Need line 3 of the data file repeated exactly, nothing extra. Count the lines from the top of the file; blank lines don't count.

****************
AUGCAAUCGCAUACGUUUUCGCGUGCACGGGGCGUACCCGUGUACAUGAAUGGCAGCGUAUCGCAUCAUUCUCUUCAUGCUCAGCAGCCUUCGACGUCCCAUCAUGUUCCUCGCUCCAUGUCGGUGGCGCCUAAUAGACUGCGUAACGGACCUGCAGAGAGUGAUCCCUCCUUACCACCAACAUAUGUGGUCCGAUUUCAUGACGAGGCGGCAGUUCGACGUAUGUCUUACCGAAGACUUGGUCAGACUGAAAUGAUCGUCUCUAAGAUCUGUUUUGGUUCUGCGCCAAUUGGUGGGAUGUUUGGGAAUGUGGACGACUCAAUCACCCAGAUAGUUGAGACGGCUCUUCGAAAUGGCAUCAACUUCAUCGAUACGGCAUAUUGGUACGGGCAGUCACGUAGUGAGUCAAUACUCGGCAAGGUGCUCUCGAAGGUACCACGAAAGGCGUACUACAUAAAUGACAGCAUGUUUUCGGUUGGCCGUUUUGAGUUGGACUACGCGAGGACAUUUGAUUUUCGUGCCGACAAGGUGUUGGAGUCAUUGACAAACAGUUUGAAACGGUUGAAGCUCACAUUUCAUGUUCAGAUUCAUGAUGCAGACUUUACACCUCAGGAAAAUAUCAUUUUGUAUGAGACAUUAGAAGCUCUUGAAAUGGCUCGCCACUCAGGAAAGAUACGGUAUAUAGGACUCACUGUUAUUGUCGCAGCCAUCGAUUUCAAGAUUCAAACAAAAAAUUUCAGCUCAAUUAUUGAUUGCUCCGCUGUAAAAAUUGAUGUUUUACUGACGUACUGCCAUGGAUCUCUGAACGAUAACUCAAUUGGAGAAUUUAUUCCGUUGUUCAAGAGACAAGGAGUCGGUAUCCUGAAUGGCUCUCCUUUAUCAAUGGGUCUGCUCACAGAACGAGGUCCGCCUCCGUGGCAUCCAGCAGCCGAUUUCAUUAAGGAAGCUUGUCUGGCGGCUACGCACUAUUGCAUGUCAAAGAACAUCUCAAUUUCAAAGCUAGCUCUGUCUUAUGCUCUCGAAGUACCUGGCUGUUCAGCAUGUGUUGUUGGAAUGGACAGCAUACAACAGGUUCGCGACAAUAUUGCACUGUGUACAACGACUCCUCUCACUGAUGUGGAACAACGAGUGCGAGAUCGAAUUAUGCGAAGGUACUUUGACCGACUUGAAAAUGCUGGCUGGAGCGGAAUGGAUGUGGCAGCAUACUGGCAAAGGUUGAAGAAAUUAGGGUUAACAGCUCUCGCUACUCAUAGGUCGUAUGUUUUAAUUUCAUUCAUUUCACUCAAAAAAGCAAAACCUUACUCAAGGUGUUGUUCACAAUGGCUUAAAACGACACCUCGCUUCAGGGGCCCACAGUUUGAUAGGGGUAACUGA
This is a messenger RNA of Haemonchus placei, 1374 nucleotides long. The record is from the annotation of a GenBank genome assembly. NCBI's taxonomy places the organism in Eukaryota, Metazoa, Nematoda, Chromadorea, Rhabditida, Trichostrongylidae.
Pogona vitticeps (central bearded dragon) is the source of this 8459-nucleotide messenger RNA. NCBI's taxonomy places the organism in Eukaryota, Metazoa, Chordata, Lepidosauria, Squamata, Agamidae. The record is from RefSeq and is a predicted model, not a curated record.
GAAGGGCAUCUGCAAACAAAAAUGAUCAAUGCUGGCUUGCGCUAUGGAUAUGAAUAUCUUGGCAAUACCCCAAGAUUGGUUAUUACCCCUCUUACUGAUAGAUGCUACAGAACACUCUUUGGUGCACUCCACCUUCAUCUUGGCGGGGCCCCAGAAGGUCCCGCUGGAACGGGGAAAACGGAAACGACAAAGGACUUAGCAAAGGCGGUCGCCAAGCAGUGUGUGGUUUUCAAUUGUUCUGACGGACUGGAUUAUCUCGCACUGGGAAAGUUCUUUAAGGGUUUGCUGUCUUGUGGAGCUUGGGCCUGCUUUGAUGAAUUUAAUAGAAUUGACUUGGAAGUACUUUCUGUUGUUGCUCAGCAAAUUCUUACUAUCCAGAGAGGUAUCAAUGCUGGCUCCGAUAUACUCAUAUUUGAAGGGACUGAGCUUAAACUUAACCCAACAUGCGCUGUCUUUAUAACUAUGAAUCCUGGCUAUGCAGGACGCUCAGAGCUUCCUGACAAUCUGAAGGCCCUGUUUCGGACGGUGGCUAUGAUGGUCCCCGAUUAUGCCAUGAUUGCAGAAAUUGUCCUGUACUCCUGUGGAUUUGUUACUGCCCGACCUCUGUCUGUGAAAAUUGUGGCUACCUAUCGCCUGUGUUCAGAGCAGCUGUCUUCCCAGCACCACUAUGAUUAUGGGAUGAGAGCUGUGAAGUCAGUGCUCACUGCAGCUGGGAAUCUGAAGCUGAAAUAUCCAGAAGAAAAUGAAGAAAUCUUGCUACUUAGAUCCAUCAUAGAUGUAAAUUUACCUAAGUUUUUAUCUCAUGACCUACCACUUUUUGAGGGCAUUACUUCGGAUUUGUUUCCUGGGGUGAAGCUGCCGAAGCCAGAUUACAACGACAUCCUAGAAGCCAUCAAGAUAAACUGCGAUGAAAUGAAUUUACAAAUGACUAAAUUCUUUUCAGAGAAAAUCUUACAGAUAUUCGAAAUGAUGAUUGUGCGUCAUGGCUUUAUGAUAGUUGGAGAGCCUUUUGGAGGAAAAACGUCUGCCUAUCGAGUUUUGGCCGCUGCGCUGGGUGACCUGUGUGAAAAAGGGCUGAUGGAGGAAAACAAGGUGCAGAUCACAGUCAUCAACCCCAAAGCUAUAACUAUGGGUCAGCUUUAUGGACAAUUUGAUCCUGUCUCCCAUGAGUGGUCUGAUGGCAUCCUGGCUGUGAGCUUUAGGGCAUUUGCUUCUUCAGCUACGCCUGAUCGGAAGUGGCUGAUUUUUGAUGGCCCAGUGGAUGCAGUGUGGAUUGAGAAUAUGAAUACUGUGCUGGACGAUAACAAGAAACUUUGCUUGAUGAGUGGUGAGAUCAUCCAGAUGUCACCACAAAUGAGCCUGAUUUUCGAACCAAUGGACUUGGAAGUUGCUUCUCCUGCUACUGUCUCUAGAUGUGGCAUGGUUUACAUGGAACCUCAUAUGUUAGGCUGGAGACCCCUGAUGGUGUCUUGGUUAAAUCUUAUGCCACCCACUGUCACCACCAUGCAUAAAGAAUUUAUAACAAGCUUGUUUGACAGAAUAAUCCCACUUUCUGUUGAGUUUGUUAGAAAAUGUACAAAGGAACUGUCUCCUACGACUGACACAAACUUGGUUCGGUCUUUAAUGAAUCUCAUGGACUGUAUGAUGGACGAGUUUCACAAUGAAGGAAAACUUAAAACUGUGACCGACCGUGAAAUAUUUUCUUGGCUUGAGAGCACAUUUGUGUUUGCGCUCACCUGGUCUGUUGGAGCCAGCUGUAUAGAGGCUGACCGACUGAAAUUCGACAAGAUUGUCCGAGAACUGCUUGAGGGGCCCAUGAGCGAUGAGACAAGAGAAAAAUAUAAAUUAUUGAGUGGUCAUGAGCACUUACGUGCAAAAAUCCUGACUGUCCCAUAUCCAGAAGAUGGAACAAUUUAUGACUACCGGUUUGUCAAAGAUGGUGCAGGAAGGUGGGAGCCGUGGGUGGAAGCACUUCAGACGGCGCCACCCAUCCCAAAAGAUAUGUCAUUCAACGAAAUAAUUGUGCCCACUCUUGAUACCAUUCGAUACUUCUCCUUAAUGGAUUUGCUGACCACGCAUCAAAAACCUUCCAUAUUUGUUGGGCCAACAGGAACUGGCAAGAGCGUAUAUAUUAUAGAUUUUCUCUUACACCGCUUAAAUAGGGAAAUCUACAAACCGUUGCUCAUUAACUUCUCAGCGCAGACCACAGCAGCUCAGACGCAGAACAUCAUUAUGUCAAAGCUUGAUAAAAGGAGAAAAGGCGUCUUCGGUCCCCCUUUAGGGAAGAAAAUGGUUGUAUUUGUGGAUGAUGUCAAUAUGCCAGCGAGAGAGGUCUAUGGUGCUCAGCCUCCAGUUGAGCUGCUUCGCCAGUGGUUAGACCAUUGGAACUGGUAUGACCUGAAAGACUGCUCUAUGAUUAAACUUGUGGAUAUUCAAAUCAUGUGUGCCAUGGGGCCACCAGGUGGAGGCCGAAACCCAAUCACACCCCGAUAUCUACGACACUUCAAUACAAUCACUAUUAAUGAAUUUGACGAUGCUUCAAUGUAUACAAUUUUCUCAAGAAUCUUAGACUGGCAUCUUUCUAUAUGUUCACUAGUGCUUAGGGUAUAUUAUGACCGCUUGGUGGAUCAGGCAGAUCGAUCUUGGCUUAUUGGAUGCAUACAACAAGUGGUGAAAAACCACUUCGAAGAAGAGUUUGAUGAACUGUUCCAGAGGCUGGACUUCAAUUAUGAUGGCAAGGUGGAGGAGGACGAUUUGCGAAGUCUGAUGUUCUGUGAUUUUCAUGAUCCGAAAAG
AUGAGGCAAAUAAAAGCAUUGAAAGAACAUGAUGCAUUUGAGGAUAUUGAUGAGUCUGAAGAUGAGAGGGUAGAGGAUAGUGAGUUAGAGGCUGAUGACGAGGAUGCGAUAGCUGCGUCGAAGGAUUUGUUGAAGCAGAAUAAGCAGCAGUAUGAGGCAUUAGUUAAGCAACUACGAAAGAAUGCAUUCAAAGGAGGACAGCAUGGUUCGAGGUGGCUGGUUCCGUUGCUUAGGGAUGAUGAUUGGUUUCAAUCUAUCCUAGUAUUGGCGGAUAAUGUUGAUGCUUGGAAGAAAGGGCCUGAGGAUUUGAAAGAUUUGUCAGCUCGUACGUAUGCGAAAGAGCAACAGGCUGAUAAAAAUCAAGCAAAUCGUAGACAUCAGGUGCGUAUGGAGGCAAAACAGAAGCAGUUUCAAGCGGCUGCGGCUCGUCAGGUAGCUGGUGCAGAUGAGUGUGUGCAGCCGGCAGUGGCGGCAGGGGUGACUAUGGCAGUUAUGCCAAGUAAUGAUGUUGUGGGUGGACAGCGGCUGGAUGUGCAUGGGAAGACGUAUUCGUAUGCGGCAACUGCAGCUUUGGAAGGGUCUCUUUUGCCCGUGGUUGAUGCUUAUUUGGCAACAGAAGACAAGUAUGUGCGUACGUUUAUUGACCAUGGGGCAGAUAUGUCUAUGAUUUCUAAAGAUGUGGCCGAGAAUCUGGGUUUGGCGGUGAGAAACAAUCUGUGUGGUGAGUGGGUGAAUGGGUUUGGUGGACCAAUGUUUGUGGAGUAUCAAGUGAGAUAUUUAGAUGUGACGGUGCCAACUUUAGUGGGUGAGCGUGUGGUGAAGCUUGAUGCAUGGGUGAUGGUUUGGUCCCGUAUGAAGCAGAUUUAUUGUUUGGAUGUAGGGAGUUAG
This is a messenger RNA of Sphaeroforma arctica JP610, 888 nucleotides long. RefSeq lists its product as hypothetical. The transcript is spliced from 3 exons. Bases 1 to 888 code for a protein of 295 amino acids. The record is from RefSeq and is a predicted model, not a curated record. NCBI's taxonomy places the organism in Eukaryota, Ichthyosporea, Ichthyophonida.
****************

Pogona vitticeps (central bearded dragon) is the source of this 8459-nucleotide messenger RNA. NCBI's taxonomy places the organism in Eukaryota, Metazoa, Chordata, Lepidosauria, Squamata, Agamidae. The record is from RefSeq and is a predicted model, not a curated record.